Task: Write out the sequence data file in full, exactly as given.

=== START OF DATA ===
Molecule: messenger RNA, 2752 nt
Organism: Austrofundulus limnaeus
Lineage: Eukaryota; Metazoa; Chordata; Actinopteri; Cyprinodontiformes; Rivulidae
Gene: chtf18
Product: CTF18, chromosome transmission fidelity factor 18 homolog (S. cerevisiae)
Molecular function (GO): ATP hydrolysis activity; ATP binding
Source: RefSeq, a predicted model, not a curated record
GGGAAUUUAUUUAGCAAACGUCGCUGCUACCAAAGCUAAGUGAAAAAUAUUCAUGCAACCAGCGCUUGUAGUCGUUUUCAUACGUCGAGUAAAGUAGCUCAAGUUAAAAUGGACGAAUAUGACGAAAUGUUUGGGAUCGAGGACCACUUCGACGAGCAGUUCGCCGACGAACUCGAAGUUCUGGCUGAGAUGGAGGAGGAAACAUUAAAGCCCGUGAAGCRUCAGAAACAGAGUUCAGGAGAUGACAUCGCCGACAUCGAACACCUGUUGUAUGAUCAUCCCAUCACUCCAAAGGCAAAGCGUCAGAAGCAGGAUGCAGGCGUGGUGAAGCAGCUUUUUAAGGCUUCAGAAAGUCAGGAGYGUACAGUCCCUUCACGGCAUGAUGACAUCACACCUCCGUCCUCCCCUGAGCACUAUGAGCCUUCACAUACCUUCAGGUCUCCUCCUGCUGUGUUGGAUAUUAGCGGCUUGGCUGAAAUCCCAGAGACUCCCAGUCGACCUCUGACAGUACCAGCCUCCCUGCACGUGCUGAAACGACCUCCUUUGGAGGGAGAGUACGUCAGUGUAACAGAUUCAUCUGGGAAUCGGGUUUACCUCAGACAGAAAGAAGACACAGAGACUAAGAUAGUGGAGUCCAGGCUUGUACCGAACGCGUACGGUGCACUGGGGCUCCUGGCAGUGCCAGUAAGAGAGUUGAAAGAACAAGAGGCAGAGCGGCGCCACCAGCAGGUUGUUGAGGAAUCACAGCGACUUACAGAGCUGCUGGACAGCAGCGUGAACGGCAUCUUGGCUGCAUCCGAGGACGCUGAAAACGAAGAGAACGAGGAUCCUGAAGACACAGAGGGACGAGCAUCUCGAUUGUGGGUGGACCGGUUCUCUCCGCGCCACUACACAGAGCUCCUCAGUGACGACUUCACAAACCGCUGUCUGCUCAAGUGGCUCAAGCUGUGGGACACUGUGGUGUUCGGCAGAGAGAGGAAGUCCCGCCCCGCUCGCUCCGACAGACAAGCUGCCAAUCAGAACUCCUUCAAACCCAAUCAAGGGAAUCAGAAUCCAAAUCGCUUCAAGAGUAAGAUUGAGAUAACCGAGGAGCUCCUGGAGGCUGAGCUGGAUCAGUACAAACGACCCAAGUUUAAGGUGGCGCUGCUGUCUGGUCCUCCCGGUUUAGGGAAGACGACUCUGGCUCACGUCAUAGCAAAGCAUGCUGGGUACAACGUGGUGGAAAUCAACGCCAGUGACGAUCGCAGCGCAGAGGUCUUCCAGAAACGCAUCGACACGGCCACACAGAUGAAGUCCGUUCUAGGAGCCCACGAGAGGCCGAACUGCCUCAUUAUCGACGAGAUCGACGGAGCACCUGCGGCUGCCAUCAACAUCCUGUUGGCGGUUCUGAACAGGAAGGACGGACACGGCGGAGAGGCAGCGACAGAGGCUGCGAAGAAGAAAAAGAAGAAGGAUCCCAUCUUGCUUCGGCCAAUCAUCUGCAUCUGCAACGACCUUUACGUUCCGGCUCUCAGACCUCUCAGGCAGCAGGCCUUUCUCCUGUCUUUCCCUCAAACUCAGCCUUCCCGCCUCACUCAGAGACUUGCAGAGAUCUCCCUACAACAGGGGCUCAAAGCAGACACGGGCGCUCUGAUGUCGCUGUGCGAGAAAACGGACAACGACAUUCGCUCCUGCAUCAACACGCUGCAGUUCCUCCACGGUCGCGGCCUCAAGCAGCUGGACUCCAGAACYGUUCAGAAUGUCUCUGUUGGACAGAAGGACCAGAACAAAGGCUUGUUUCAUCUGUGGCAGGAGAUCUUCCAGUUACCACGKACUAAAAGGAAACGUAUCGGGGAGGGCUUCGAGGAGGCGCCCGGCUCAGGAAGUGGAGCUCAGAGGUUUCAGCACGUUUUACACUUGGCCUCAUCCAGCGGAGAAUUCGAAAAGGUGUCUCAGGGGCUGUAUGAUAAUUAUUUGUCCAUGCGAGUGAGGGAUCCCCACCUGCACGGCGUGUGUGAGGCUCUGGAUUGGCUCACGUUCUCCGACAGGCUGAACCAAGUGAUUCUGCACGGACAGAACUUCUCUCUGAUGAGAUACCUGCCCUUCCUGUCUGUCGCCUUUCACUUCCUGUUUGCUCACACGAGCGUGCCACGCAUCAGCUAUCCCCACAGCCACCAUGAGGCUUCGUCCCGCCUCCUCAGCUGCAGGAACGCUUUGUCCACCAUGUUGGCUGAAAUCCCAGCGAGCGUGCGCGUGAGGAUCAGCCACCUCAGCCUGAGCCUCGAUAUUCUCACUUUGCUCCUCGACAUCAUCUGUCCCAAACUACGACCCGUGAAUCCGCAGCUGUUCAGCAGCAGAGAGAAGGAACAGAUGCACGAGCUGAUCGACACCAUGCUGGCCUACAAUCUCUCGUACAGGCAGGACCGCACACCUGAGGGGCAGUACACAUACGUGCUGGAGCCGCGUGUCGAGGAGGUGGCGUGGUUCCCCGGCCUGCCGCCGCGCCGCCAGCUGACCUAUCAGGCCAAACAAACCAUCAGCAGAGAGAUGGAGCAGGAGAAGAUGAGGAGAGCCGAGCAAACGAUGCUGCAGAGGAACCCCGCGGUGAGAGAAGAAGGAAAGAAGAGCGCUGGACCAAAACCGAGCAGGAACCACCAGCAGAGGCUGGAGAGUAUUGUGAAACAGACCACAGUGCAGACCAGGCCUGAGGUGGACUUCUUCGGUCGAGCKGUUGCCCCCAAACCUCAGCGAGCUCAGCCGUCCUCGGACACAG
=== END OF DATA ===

Molecule: messenger RNA, 2752 nt
Organism: Austrofundulus limnaeus
Lineage: Eukaryota; Metazoa; Chordata; Actinopteri; Cyprinodontiformes; Rivulidae
Gene: chtf18
Product: CTF18, chromosome transmission fidelity factor 18 homolog (S. cerevisiae)
Molecular function (GO): ATP hydrolysis activity; ATP binding
Source: RefSeq, a predicted model, not a curated record
GGGAAUUUAUUUAGCAAACGUCGCUGCUACCAAAGCUAAGUGAAAAAUAUUCAUGCAACCAGCGCUUGUAGUCGUUUUCAUACGUCGAGUAAAGUAGCUCAAGUUAAAAUGGACGAAUAUGACGAAAUGUUUGGGAUCGAGGACCACUUCGACGAGCAGUUCGCCGACGAACUCGAAGUUCUGGCUGAGAUGGAGGAGGAAACAUUAAAGCCCGUGAAGCRUCAGAAACAGAGUUCAGGAGAUGACAUCGCCGACAUCGAACACCUGUUGUAUGAUCAUCCCAUCACUCCAAAGGCAAAGCGUCAGAAGCAGGAUGCAGGCGUGGUGAAGCAGCUUUUUAAGGCUUCAGAAAGUCAGGAGYGUACAGUCCCUUCACGGCAUGAUGACAUCACACCUCCGUCCUCCCCUGAGCACUAUGAGCCUUCACAUACCUUCAGGUCUCCUCCUGCUGUGUUGGAUAUUAGCGGCUUGGCUGAAAUCCCAGAGACUCCCAGUCGACCUCUGACAGUACCAGCCUCCCUGCACGUGCUGAAACGACCUCCUUUGGAGGGAGAGUACGUCAGUGUAACAGAUUCAUCUGGGAAUCGGGUUUACCUCAGACAGAAAGAAGACACAGAGACUAAGAUAGUGGAGUCCAGGCUUGUACCGAACGCGUACGGUGCACUGGGGCUCCUGGCAGUGCCAGUAAGAGAGUUGAAAGAACAAGAGGCAGAGCGGCGCCACCAGCAGGUUGUUGAGGAAUCACAGCGACUUACAGAGCUGCUGGACAGCAGCGUGAACGGCAUCUUGGCUGCAUCCGAGGACGCUGAAAACGAAGAGAACGAGGAUCCUGAAGACACAGAGGGACGAGCAUCUCGAUUGUGGGUGGACCGGUUCUCUCCGCGCCACUACACAGAGCUCCUCAGUGACGACUUCACAAACCGCUGUCUGCUCAAGUGGCUCAAGCUGUGGGACACUGUGGUGUUCGGCAGAGAGAGGAAGUCCCGCCCCGCUCGCUCCGACAGACAAGCUGCCAAUCAGAACUCCUUCAAACCCAAUCAAGGGAAUCAGAAUCCAAAUCGCUUCAAGAGUAAGAUUGAGAUAACCGAGGAGCUCCUGGAGGCUGAGCUGGAUCAGUACAAACGACCCAAGUUUAAGGUGGCGCUGCUGUCUGGUCCUCCCGGUUUAGGGAAGACGACUCUGGCUCACGUCAUAGCAAAGCAUGCUGGGUACAACGUGGUGGAAAUCAACGCCAGUGACGAUCGCAGCGCAGAGGUCUUCCAGAAACGCAUCGACACGGCCACACAGAUGAAGUCCGUUCUAGGAGCCCACGAGAGGCCGAACUGCCUCAUUAUCGACGAGAUCGACGGAGCACCUGCGGCUGCCAUCAACAUCCUGUUGGCGGUUCUGAACAGGAAGGACGGACACGGCGGAGAGGCAGCGACAGAGGCUGCGAAGAAGAAAAAGAAGAAGGAUCCCAUCUUGCUUCGGCCAAUCAUCUGCAUCUGCAACGACCUUUACGUUCCGGCUCUCAGACCUCUCAGGCAGCAGGCCUUUCUCCUGUCUUUCCCUCAAACUCAGCCUUCCCGCCUCACUCAGAGACUUGCAGAGAUCUCCCUACAACAGGGGCUCAAAGCAGACACGGGCGCUCUGAUGUCGCUGUGCGAGAAAACGGACAACGACAUUCGCUCCUGCAUCAACACGCUGCAGUUCCUCCACGGUCGCGGCCUCAAGCAGCUGGACUCCAGAACYGUUCAGAAUGUCUCUGUUGGACAGAAGGACCAGAACAAAGGCUUGUUUCAUCUGUGGCAGGAGAUCUUCCAGUUACCACGKACUAAAAGGAAACGUAUCGGGGAGGGCUUCGAGGAGGCGCCCGGCUCAGGAAGUGGAGCUCAGAGGUUUCAGCACGUUUUACACUUGGCCUCAUCCAGCGGAGAAUUCGAAAAGGUGUCUCAGGGGCUGUAUGAUAAUUAUUUGUCCAUGCGAGUGAGGGAUCCCCACCUGCACGGCGUGUGUGAGGCUCUGGAUUGGCUCACGUUCUCCGACAGGCUGAACCAAGUGAUUCUGCACGGACAGAACUUCUCUCUGAUGAGAUACCUGCCCUUCCUGUCUGUCGCCUUUCACUUCCUGUUUGCUCACACGAGCGUGCCACGCAUCAGCUAUCCCCACAGCCACCAUGAGGCUUCGUCCCGCCUCCUCAGCUGCAGGAACGCUUUGUCCACCAUGUUGGCUGAAAUCCCAGCGAGCGUGCGCGUGAGGAUCAGCCACCUCAGCCUGAGCCUCGAUAUUCUCACUUUGCUCCUCGACAUCAUCUGUCCCAAACUACGACCCGUGAAUCCGCAGCUGUUCAGCAGCAGAGAGAAGGAACAGAUGCACGAGCUGAUCGACACCAUGCUGGCCUACAAUCUCUCGUACAGGCAGGACCGCACACCUGAGGGGCAGUACACAUACGUGCUGGAGCCGCGUGUCGAGGAGGUGGCGUGGUUCCCCGGCCUGCCGCCGCGCCGCCAGCUGACCUAUCAGGCCAAACAAACCAUCAGCAGAGAGAUGGAGCAGGAGAAGAUGAGGAGAGCCGAGCAAACGAUGCUGCAGAGGAACCCCGCGGUGAGAGAAGAAGGAAAGAAGAGCGCUGGACCAAAACCGAGCAGGAACCACCAGCAGAGGCUGGAGAGUAUUGUGAAACAGACCACAGUGCAGACCAGGCCUGAGGUGGACUUCUUCGGUCGAGCKGUUGCCCCCAAACCUCAGCGAGCUCAGCCGUCCUCGGACACAG